928 run. Here we've created a pseudo user called slisp, d)
929 /usr/localbin/sl, the pathname to the executable - note this can be the
930 executable shell script. Environment variables set by the shell script
931 are remembered by the server, e) sl - The first argument, always the
932 name of the executable, f) -s - any remaining arguments.
934 The appropriate man pages have more information.
937 File: slisp, Node: LISP Network Client, Next: Embedded Network Client, Prev: Server Mode, Up: Client-Server Operations
939 LISP Network Client
940 -------------------
942 If an slisp application is compiled with the xnet module it can be a
943 client to an slisp server. Lisp primitives defined in xnet.c setup a
944 connection to the remote server, and allow control over the delimiters
945 and the timeout. Once the connection has been established an
946 s-expression may be evaluated on the remote server by the function
947 NET-EVAL, which is nearly the same as the ordinary LISP EVAL function.
948 The results of the NET-EVAL function are available within the local
949 slisp process as long as the results don't include pointers to objects
950 in the remote memory space.
952 The xnet functions are described in the reference part of the info
953 documention for any application compiled with xnet.
956 File: slisp, Node: Embedded Network Client, Prev: LISP Network Client, Up: Client-Server Operations
958 Embedded Network Client
959 -----------------------
961 xnet utilizes c functions defined in slisp/c/netseval.c, which are
962 compiled by every application into the library libnetseval.a. If this
963 library is linked with any C program the C program can call the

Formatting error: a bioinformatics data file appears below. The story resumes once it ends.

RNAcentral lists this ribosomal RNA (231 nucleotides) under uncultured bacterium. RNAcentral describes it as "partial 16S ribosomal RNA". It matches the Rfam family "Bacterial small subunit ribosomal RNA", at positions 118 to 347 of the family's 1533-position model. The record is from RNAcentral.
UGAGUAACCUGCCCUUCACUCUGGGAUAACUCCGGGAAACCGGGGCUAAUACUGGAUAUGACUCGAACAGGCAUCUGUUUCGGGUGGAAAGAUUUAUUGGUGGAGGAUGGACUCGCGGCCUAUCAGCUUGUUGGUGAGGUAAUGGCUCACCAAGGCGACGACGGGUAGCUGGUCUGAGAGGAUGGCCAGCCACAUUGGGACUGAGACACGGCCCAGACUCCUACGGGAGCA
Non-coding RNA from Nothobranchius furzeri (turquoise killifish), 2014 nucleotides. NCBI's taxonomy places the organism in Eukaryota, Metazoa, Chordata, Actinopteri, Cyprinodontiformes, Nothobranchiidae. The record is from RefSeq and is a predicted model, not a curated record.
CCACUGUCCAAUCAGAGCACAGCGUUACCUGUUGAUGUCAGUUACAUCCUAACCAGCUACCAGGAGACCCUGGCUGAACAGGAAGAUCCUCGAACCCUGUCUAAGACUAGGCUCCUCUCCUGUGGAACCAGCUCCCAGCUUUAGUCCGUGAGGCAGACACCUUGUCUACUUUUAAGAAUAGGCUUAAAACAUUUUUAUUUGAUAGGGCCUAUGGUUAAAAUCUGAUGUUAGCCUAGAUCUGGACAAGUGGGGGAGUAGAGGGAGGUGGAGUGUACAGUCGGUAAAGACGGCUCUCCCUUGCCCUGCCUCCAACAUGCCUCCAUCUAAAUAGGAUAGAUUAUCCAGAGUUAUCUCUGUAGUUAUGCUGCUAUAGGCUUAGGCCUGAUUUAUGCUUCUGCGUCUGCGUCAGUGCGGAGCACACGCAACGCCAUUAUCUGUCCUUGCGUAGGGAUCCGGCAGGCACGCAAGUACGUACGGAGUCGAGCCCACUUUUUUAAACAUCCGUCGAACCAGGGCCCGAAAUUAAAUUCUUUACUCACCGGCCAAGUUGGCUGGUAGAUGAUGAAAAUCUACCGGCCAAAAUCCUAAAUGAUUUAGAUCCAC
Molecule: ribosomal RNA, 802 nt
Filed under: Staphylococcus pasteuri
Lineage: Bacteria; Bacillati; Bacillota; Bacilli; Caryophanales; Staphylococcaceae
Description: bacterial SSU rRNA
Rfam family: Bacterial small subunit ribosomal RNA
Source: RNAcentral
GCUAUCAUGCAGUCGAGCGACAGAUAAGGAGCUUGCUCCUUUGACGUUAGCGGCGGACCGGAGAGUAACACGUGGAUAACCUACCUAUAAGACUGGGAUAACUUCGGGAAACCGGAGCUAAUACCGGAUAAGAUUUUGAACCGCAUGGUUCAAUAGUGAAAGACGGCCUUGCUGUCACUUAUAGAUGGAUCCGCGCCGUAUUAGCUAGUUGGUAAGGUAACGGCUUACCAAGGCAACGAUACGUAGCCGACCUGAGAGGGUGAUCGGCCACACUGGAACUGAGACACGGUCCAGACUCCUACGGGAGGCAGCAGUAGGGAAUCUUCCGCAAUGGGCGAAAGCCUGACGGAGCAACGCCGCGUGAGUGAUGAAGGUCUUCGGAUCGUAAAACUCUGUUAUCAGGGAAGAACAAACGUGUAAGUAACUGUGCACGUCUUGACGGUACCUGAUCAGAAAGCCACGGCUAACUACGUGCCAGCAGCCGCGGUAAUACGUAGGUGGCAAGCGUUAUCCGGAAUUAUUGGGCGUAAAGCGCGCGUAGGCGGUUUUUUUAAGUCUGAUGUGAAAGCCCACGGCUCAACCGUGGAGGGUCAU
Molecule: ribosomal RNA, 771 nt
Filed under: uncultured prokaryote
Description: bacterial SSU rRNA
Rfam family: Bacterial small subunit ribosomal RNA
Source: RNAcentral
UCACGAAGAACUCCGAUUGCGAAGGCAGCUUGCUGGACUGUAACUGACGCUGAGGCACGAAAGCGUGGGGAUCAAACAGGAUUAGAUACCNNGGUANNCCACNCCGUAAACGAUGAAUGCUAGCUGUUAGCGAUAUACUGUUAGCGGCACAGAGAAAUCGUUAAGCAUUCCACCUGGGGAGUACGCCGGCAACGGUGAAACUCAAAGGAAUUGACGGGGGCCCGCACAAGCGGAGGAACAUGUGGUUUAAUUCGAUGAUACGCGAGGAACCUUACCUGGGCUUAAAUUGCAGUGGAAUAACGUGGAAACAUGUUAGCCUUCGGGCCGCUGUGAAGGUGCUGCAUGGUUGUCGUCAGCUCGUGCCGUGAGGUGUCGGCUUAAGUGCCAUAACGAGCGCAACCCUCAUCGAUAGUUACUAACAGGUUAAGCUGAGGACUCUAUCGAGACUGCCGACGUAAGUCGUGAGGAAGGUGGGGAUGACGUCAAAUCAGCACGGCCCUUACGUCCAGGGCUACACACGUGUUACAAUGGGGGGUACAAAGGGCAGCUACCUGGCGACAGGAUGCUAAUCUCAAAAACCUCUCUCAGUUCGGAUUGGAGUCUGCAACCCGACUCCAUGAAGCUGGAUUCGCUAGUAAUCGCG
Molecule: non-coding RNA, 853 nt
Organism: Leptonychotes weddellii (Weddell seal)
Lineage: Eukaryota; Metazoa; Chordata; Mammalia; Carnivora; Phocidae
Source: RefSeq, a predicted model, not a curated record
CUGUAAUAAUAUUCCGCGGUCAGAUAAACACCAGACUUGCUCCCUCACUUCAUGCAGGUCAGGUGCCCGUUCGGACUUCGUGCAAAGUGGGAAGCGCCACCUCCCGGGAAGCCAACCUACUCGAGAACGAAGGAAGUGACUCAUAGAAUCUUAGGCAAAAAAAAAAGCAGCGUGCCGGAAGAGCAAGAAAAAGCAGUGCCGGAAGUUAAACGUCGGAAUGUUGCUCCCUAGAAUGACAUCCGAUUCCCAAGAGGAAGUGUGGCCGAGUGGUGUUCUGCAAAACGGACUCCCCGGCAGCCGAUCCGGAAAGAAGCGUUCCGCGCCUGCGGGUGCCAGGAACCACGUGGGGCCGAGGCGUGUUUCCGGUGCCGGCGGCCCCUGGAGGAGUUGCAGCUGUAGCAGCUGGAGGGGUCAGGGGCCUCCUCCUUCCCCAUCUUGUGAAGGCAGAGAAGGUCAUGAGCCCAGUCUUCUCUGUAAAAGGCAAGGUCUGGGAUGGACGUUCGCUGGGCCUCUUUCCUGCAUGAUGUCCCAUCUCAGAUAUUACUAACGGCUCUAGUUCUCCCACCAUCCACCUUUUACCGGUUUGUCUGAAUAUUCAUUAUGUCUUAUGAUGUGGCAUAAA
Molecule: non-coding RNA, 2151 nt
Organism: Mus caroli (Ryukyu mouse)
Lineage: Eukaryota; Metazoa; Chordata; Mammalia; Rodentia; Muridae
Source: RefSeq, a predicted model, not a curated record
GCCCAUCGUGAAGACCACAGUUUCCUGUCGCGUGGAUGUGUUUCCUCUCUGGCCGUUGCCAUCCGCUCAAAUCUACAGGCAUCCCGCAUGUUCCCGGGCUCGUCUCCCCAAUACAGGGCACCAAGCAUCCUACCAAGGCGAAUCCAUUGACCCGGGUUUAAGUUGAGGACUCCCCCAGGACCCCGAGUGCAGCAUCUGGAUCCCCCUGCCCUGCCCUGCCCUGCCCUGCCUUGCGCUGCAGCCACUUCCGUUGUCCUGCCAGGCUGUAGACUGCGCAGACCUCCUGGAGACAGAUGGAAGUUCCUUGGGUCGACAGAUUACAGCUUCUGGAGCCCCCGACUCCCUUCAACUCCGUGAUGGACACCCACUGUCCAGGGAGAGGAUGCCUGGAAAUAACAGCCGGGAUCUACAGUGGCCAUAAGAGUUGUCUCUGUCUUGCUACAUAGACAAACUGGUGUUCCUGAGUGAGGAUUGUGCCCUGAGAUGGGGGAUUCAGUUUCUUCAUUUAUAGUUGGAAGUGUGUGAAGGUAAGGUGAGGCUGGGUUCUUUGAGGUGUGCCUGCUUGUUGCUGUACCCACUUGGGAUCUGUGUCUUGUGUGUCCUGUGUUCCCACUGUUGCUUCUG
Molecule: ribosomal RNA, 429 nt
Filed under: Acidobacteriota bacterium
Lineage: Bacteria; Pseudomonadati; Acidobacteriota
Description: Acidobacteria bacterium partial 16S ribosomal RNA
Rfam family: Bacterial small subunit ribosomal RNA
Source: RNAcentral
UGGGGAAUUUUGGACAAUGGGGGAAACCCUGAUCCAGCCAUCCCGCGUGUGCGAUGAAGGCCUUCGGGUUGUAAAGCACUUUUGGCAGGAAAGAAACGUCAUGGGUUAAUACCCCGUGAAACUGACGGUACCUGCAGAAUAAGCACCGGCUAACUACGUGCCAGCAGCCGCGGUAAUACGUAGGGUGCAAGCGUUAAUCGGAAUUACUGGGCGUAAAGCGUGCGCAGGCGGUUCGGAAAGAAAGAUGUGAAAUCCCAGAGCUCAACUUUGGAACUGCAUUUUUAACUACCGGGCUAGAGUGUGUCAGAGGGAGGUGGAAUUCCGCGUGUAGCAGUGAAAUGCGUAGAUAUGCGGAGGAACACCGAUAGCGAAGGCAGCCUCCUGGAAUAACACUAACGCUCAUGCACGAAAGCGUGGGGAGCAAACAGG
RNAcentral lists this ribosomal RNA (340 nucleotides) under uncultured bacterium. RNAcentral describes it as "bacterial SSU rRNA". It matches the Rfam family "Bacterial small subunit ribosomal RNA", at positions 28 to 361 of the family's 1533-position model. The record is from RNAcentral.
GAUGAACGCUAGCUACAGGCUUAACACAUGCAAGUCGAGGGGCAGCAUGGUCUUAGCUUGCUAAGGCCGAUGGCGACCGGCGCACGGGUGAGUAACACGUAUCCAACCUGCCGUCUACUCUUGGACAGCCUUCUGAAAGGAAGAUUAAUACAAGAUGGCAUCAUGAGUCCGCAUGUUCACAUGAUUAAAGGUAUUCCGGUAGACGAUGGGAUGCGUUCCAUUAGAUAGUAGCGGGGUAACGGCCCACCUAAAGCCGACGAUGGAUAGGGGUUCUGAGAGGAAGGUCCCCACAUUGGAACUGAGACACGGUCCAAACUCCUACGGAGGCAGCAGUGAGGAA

964 functions in netseval.c to evaluate s-expressions on a remote server.
965 The functions in netseval.c are semantically equivalent to those in
966 seval.c (described in the section on embedding lisp in C), with the
967 addition of functions for establishing a connection.
969 c/sl_client.c, when compiled with the NET_CLIENT flag, creates a
970 network client called netsl. netsl is created whenever the net_client
971 target is made in an application Makefile. c/client_check.c, when
972 compiled with the NET_CLIENT flag by the check target in each
973 application Makefile, also shows an example of an embedded network
974 client.
976 Since for a network client all of slisp is located on the server,
977 the only library that needs to be linked into a C program is
978 libnetseval.c, which is shown in the c/Makefile for the target
979 net_client.
981 A somewhat simpler example is shown below, which is essentially the
982 same as sl_client.c, but without all the makefile flags. This is also
983 very similar to slc, the main program described under embedding lisp in
984 C.
986 # Example Makefile that searches libraries in HOME/lib
987 # which is where the slisp libraries are created by default.
988 # Search application library sl before slisp
989 LIBS= -L$HOME/lib -lnetseval
990 CFLAGS= -I$HOME/src/slisp/include #location of netseval.h
992 netsl:netsl.o
993 cc netsl.o $(LIBS) -o netsl
995 /******************************************************************/
996 /* netsl.c */
999 #include "netseval.h"
1000 #include <stdio.h>
1002 #define BUF_SIZ 4000
1004 /* Example main program that uses the functions in netseval.h */
1005 /* to implement a read-eval-print loop to the terminal. */
1006 /* Functions starting with sn_ are the routines from netseval.c */
1007 /* Note that we don't include */
1008 /* a newline in our prompt, since the slisp return */
1009 /* values always end with a newline anyhow, following */